Health

How Stress Affects Your Oral Health

The way that stress affects the body shows itself in many ways.

Oral health is no different and can be a very early site that is affected and can give indicators of larger problems.

Some of this can just be the natural effect of hormones in the body, and some of it can be traced to the way that people choose to handle the stress that they are feeling.

There are unfortunately a lot of methods of handling stress in the short term that have a negative effect on the body, and the fact that a lot of them are taken orally means that the mouth is the first place that is affected by the problem.

Here is how stress affects your oral health.

Mouth Sores

When your immune system is under pressure because of stress it can cause changes all over your body. Things that were not troubling you before suddenly flare up and become a problem.

There are certain sites of the body that seem to be very prone to expressing these problems. Stomachs, backs, and mouths are all great early warning systems.

A lot of people will smoke more, drink more coffee, or soda, in an attempt to handle their stress. Comfort foods are unfortunately most often food that is laden with sugars.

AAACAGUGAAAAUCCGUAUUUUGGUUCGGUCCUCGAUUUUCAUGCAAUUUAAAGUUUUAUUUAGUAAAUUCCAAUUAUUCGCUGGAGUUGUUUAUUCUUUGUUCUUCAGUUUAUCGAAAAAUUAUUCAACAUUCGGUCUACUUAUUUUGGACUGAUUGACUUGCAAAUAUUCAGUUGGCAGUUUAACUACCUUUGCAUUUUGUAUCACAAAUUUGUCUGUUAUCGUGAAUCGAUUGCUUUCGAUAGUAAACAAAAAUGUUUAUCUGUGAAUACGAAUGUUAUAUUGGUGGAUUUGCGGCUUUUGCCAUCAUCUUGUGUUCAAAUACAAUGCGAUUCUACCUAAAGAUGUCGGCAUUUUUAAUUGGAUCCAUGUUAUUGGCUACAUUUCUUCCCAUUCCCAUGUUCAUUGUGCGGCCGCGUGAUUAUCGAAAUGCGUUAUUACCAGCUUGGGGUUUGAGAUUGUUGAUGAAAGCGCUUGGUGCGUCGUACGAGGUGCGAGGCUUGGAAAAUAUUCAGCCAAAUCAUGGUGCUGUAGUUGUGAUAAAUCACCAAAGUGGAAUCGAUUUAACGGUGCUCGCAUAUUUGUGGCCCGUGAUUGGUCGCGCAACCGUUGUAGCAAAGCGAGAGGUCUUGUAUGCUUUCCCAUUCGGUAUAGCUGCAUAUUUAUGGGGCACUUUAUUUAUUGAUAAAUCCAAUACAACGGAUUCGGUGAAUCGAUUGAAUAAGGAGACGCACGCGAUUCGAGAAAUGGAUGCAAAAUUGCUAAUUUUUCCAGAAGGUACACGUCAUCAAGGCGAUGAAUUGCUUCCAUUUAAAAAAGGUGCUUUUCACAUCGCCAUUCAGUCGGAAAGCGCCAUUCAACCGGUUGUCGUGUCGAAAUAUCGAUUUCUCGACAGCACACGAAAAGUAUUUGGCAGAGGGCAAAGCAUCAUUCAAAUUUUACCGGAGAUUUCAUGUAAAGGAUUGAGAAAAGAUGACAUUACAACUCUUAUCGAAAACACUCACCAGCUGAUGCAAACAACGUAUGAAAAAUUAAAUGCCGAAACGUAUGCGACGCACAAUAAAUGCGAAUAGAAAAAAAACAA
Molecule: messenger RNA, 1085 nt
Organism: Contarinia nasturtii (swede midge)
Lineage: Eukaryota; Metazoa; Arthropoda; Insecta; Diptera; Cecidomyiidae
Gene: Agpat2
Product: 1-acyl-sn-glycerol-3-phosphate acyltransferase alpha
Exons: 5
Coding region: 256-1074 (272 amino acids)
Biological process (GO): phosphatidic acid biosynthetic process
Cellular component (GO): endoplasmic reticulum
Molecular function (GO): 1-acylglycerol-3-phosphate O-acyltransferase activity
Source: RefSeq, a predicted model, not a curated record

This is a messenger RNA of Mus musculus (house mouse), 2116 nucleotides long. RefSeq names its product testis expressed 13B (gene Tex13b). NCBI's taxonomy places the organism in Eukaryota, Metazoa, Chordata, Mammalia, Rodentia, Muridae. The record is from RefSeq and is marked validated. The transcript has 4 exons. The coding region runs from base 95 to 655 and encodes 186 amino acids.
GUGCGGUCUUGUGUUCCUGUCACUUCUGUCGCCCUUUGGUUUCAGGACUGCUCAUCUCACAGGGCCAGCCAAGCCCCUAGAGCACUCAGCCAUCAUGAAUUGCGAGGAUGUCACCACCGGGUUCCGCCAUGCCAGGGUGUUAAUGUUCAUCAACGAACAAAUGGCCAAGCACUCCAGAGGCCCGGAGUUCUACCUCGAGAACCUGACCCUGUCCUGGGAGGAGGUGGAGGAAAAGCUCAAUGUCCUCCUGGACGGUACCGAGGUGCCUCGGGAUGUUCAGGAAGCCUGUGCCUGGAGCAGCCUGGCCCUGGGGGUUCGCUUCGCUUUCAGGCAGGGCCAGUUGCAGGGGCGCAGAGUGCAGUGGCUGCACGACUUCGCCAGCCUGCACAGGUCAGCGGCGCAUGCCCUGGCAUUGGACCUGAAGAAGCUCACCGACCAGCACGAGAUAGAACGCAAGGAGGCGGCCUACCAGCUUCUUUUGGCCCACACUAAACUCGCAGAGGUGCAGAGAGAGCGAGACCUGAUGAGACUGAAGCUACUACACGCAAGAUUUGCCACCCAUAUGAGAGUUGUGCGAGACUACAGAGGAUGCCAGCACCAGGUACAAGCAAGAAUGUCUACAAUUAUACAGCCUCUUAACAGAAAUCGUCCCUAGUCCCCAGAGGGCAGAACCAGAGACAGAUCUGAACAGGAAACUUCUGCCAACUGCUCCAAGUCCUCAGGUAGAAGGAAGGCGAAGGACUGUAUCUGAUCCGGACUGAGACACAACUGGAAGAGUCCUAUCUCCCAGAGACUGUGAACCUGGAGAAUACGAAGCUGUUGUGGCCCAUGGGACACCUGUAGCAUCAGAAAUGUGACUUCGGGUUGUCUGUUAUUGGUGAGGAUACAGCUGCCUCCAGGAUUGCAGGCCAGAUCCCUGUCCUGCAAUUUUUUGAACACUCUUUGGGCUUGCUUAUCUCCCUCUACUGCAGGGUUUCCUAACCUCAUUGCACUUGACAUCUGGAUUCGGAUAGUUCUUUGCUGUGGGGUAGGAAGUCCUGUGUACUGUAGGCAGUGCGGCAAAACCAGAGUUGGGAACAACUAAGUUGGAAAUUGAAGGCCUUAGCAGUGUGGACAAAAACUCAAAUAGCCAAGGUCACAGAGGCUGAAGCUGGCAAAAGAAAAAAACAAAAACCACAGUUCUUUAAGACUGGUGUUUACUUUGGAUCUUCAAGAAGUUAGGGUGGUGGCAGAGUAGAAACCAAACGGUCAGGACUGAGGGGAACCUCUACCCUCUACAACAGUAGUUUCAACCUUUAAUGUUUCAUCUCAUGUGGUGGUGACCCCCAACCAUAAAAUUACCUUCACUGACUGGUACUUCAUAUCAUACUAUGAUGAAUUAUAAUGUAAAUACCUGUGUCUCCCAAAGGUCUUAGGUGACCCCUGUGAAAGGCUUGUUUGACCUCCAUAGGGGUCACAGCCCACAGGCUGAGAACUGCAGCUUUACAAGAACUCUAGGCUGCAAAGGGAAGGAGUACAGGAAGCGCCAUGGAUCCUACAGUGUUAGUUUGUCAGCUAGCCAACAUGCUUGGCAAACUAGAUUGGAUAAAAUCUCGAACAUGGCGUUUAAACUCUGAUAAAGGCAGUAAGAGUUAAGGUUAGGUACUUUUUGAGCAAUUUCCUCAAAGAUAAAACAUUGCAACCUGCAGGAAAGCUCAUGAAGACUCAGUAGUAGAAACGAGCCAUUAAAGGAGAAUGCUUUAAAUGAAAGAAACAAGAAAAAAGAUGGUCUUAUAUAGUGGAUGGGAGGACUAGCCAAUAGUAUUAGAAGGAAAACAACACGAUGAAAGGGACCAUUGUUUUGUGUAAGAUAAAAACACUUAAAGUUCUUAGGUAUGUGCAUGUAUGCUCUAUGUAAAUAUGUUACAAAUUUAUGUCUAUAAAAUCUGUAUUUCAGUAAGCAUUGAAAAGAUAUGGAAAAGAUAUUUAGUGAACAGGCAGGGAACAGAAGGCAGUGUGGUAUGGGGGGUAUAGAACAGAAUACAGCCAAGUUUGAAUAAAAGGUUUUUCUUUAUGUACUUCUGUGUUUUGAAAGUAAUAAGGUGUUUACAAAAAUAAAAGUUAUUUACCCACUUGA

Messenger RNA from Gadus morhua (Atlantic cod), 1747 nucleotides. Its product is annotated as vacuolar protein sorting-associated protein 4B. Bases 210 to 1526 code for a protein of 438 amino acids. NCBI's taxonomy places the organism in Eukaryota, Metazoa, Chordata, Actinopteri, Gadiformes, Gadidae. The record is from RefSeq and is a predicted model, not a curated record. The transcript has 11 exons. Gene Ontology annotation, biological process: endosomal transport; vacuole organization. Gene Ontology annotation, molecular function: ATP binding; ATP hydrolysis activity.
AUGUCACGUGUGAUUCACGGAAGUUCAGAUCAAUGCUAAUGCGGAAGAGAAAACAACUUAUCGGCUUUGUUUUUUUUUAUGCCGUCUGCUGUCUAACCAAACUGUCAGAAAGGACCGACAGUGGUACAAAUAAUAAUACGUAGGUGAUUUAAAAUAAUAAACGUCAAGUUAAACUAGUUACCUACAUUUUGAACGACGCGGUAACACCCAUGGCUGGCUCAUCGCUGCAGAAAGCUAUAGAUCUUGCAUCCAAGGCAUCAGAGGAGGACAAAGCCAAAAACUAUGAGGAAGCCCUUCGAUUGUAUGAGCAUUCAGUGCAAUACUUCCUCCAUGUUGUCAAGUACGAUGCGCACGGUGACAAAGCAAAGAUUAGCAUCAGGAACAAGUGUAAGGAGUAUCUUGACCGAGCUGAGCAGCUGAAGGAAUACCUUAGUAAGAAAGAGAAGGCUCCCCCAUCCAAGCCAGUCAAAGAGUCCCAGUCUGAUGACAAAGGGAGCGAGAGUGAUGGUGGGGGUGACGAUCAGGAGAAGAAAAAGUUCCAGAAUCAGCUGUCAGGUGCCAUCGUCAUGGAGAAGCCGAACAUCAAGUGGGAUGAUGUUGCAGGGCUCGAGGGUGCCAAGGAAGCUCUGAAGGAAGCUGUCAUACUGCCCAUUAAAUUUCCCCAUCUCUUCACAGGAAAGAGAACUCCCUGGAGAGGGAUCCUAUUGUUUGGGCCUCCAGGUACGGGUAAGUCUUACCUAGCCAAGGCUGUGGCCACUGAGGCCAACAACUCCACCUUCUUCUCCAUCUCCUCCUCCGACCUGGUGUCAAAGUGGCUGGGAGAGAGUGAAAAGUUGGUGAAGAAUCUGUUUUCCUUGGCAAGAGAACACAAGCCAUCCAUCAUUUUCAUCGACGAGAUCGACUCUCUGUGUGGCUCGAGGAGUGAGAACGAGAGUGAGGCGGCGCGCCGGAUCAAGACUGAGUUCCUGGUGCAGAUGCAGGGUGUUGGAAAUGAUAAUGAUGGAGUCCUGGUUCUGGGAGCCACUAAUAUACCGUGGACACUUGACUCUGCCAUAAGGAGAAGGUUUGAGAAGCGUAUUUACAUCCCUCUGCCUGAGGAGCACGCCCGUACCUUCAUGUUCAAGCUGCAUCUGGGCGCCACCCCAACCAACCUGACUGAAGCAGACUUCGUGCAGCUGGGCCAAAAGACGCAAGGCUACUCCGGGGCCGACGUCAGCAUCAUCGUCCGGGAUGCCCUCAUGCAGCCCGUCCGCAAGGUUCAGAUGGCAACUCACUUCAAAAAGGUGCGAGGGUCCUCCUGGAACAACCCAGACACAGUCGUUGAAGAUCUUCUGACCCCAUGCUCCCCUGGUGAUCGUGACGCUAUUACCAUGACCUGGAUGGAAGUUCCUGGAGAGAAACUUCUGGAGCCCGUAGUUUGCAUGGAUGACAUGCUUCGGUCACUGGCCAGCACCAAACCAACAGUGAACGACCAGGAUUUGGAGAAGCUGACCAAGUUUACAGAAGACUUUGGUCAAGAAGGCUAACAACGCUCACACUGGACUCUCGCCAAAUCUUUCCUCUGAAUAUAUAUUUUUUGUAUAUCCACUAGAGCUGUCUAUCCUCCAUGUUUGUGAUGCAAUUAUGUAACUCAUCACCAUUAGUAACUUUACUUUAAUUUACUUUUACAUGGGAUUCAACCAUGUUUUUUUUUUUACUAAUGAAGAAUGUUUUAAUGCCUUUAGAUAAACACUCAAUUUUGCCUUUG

Cigarettes, coffee, and soda all affect the acidity in your mouth, and this makes your mouth a more hospitable environment for bacteria that can cause sores to appear or worsen.

They can be treated with hydrogen peroxide which kills the bacteria.

The problems that come and the attendant pain often exacerbate the stress, and the stress can worsen the condition, which makes its a problem that can cycle and continue for a long time without intervention

How Stress Affects Your Oral Health
Photo by Martin Péchy from Pexels

Gum Disease

Gum disease can really be affected by how your immune system is faring. When you feel tired or run down and depressed it can make you more susceptible to infections and illness.

Your immune system may also be making you feel less good as well – the longer either situation gos on can lead to it becoming something of a chicken and the egg situation.